Black walnut trees are an integral part of any temperate deciduous hardwood forest. They can grow to a height of 100 feet, live up to 250 years and they are well known for their palatable nuts. They mainly grow in the Eastern United States in rich, moist soils. There are various types of walnut trees with identifiable characteristics. When identifying a tree look at the leaves, fruit, flower and bark.
Leaves: The leaves are compound, meaning they are composed of a main stem and many separate leaves, as shown below:
Fruit: The walnut is protected by a hard, round, shell. The fruit on a black walnut tree is green and turns blackish brown as it begins to ripen. The fruit grows in clusters and will fall during autumn. The shell contains a brown dye that will stain anything that comes in contact. It takes about 10 growing seasons for one tree to produce mature fruit!
Flower: The flower is a yellowish-green drooping catkin which covers the tree in the spring.
Bark: The bark has deep ridges that make a diamond like pattern and the color ranges from brown to dark gray.
The walnut is one of the healthiest nuts on earth and the wood is highly valued due to its color and durability. The fruit also provides a dye that is used to color fabrics and paper. In addition to these uses, the walnut shell, when grounded, can be used in cosmetics, pet litter, blast cleaning and paint stripping.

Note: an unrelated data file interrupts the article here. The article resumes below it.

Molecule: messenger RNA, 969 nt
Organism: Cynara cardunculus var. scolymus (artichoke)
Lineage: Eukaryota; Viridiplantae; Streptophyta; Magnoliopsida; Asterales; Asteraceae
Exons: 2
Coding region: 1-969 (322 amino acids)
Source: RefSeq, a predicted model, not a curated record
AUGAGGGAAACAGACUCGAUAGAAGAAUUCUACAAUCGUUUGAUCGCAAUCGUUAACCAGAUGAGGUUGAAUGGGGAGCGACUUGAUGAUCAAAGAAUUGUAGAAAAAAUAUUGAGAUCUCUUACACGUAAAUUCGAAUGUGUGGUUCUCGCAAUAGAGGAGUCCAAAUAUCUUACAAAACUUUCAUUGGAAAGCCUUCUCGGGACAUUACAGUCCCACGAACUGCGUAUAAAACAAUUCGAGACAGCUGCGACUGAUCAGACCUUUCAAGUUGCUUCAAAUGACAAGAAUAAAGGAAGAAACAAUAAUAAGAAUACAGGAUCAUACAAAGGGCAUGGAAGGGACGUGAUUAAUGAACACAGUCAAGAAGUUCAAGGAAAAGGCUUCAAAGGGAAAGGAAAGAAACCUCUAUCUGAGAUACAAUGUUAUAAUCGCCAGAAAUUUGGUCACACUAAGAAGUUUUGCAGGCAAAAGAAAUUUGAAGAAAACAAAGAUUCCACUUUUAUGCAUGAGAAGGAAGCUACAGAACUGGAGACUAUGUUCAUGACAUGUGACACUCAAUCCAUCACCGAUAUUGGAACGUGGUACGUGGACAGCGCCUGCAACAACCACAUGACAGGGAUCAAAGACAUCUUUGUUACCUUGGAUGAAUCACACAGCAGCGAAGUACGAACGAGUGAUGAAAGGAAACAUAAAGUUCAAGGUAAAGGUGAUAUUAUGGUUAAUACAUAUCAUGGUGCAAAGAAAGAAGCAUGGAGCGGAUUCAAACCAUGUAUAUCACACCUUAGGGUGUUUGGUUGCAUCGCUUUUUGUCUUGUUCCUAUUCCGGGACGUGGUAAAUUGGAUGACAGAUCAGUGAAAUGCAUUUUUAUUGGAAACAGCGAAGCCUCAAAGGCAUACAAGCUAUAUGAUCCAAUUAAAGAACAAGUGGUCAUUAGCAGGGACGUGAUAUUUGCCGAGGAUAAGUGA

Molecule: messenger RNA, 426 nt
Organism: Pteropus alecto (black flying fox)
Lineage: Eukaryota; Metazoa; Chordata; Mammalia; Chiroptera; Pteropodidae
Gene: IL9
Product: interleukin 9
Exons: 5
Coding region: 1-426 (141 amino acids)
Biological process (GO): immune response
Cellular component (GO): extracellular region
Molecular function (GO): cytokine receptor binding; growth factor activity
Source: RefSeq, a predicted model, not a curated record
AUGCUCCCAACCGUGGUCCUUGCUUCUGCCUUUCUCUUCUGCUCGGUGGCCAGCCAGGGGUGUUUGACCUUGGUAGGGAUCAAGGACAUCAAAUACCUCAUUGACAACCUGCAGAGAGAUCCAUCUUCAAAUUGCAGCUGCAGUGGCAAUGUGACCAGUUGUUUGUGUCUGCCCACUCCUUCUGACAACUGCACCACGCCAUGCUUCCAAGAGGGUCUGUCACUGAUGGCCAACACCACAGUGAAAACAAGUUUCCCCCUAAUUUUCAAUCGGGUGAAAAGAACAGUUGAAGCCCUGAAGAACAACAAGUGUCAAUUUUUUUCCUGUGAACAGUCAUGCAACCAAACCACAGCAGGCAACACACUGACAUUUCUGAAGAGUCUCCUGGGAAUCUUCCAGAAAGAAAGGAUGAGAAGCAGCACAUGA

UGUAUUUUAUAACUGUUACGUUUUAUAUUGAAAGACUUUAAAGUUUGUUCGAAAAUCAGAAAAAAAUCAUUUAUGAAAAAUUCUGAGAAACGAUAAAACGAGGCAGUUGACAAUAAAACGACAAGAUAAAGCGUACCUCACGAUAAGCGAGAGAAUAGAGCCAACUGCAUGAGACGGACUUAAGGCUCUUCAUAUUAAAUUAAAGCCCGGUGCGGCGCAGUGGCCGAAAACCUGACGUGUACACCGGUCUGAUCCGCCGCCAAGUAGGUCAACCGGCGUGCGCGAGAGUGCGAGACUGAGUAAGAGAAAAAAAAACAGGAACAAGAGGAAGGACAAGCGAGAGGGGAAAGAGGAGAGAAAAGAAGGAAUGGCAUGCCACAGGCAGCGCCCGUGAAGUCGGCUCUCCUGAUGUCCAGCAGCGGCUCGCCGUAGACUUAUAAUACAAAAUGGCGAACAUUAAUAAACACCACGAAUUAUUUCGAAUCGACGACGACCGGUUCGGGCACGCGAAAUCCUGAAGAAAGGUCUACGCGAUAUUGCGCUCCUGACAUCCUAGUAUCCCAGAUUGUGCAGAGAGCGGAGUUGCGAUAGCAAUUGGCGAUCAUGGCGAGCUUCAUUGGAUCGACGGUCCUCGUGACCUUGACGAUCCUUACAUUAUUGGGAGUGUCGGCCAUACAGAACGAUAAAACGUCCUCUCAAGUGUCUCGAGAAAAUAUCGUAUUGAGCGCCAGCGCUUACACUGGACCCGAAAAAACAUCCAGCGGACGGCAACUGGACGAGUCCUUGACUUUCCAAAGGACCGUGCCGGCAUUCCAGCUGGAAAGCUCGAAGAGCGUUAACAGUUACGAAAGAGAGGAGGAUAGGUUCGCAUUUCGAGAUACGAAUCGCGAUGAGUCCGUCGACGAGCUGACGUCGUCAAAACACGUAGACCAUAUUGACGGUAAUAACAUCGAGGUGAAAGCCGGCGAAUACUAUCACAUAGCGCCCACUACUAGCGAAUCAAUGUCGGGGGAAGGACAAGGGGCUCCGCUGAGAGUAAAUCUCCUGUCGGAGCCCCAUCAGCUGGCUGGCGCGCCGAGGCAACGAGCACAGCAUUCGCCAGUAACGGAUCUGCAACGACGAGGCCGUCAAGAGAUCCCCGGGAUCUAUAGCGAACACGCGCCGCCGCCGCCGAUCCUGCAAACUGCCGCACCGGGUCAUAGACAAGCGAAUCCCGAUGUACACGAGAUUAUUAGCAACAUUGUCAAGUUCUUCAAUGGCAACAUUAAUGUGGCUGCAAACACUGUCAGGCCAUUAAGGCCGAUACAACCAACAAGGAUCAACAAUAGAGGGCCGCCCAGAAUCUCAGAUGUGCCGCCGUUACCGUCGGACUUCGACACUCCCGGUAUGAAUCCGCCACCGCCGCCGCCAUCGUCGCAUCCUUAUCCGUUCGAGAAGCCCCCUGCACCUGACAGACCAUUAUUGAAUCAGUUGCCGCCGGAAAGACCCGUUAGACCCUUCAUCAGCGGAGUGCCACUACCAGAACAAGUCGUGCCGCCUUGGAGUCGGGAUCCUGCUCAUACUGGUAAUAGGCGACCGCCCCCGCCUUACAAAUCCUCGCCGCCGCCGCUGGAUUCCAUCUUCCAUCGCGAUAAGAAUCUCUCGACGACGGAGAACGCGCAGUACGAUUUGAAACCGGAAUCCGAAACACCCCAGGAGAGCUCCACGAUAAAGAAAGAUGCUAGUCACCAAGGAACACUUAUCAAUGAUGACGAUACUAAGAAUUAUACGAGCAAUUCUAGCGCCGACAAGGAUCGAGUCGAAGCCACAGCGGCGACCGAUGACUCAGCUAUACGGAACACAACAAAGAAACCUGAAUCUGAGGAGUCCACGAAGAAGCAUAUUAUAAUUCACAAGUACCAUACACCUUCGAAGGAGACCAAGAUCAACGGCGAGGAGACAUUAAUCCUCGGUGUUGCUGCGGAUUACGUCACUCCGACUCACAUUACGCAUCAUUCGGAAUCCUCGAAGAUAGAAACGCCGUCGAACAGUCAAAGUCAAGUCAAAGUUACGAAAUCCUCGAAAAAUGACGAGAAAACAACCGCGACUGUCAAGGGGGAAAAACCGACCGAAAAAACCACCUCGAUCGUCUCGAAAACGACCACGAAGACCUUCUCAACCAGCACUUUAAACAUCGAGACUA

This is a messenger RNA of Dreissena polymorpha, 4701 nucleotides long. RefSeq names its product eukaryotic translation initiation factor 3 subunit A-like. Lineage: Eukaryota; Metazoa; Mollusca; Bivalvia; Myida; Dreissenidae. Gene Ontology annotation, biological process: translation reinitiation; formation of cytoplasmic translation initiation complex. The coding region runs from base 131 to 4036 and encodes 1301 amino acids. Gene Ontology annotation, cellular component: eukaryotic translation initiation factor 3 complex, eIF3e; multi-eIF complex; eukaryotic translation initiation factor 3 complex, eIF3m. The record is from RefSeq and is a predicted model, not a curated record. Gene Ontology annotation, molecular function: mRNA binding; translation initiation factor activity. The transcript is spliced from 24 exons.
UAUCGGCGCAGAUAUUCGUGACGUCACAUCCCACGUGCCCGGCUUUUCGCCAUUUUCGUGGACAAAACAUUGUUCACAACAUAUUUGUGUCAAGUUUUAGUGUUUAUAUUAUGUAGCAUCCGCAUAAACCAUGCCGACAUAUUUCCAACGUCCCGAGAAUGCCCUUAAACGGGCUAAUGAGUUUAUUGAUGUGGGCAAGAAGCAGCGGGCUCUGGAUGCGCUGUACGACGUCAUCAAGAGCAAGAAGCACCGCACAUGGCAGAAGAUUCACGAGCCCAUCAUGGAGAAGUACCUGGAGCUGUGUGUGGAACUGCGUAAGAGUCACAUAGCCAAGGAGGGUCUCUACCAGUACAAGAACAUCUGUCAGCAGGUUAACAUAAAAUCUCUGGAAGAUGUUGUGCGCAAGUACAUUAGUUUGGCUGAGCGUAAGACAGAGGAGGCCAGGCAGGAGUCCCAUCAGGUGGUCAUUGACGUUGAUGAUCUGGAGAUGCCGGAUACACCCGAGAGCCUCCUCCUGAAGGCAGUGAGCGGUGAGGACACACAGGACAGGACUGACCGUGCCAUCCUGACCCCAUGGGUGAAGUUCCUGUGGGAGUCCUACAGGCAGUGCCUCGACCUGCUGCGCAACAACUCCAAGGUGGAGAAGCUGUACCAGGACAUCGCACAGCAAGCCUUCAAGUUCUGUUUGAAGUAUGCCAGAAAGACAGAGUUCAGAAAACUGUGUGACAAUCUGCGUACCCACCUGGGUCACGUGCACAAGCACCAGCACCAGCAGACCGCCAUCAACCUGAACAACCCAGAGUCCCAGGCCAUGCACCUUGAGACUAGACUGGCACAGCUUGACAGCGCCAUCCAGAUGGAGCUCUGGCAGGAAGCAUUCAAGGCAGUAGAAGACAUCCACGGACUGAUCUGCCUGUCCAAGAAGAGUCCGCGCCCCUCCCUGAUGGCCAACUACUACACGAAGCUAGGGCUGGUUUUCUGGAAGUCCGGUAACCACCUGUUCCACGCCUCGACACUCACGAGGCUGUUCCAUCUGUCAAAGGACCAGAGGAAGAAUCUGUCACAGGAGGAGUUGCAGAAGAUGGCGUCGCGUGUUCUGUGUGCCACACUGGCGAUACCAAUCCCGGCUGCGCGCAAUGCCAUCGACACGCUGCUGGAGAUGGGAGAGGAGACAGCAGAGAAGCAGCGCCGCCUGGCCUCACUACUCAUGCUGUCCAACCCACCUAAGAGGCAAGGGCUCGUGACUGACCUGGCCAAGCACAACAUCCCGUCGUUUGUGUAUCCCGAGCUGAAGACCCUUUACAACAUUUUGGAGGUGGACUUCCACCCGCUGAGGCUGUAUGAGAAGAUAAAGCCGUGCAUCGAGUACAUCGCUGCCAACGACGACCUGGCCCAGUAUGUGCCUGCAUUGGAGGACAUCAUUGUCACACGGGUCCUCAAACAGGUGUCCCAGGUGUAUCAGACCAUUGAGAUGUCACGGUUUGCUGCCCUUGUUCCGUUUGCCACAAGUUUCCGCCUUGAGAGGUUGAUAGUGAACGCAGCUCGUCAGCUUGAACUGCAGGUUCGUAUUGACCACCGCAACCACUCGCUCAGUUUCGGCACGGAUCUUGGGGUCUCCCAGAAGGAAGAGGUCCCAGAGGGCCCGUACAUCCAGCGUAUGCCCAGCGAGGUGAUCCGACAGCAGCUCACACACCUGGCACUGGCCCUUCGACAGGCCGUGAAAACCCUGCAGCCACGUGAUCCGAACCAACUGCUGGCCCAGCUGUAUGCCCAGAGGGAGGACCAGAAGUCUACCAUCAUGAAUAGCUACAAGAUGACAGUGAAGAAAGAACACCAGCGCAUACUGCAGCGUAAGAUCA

Interesting fact: Black walnuts are not toxic to humans, but they are toxic to horses. If a horse comes into contact with bark shavings or walnut fruit, they can develop a disease known as laminitis. Laminitis is an inflammation of the laminae (the soft tissues in the hoofs). When the laminae become inflamed the horse can suffer from damaged bones and other parts of the hoof.
We have a variety of trees at The Parklands, but the walnut tree is easy to spot this time of year. You can look for the broad, green fruits still hanging on the tree or spot some dark brown fruits laying on the ground. The above photo is of a black walnut that can be found in North Beckley Park, near William F. Miles Lakes. The lack of leaves and wealth of fruit makes the tree look like a christmas tree right now. Come out to The Parklands and see if you can spot this speciment and identify black walnut trees other places in the park!
Story by Olivia Kaiser - Interpretive Ranger for The Parklands.
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